I drove into Austin with my good buddy, Google Maps, which was not hacked by the Russians
By John Toth / Editor and Publisher
I took some time off to visit Austin recently, and took along my best driving buddy, Google Maps.
I used to really hate driving in this city, which has to have some of the craziest drivers in the country. Now I “really” don’t hate driving in Austin anymore. I just hate it. The “really” part is gone.
I didn’t come here to sit in traffic all day, so I let Google Maps do its magic. Whatever that friendly voice says, I shall follow. “Don’t second-guess the Google lady,” I told my wife. “She knows what she is doing.”
But, I was beginning to have doubts about her when she ordered me to abandon Highway 35 (the devil’s highway) and turn off to some country roads. It looked like we were heading into Boonieland rather than toward the nice RV spot I was renting.
“Did you enter the right destination,” asked my wife.
Yes, I did. I am very careful about that. Plus, after a few touches of the virtual keyboard, Google usually guesses the destination, corrects the spelling, and starts to tell me where to turn and when.
It is really hard to mess up. The Google lady is thorough. She tells me multiple times to turn, and there is no way that at least one of those times I would not listen. It really is idiot-proof.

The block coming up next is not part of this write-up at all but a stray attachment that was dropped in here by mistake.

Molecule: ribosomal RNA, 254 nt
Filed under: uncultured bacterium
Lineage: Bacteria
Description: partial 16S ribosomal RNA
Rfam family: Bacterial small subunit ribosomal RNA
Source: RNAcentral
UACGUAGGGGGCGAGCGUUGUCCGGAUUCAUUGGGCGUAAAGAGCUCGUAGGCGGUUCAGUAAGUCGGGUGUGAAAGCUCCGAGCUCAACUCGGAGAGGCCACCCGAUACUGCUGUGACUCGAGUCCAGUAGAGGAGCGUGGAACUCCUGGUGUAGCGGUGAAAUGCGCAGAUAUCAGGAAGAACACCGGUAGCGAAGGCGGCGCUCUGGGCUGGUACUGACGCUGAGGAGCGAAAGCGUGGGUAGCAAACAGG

But we were supposed to be getting closer to the city, and were still winding on a narrow country road lined with cardboard shacks (they weren’t really cardboard). There is no way we could be anywhere near the park. Miss Google Maps has lost her mind, we were thinking, or was hacked by the Russians.
The day before, Google took us around town to get to our destination, where we would embark on canoeing peacefully on Town Lake while watching the rush hour traffic. That was almost surreal.
The problem was getting to the lake at the beginning of rush hour. The Google Lady had us take feeder roads and made us turn for whatever reason. Then she delivered us to the canoe rental place without much delay - maybe a few minutes here and there.
My wife was adamant that we were going the wrong way. She used to live in Austin. This could not be the way to the canoes, she said.
It was. We just went around a few major traffic jams first. Never doubt the Google lady, I kept reminding her.
But that was before the Russians hacked into Google Maps. Or, at least that was the best conspiracy theory I could come up with.
Why not? They hacked the Democratic National Committee’s email. That was more difficult than to hack Google Maps - just to get me lost.
“Keep going straight for two miles. Your destination will be on your left,” said the Google Lady.
And then, after driving up on a hill, there it was. Everything looked familiar. We arrived at the camping grounds without rush-hour delays.
Google Maps is the best invention since sliced bread. But sliced bread was really easy to invent. You just take a loaf of bread and slice it. Whoever invented Google Maps had to be a genius, and a guy who just hated stopping and asking for directions (like all guys).
Thank you Google Maps. How did I ever drive without you?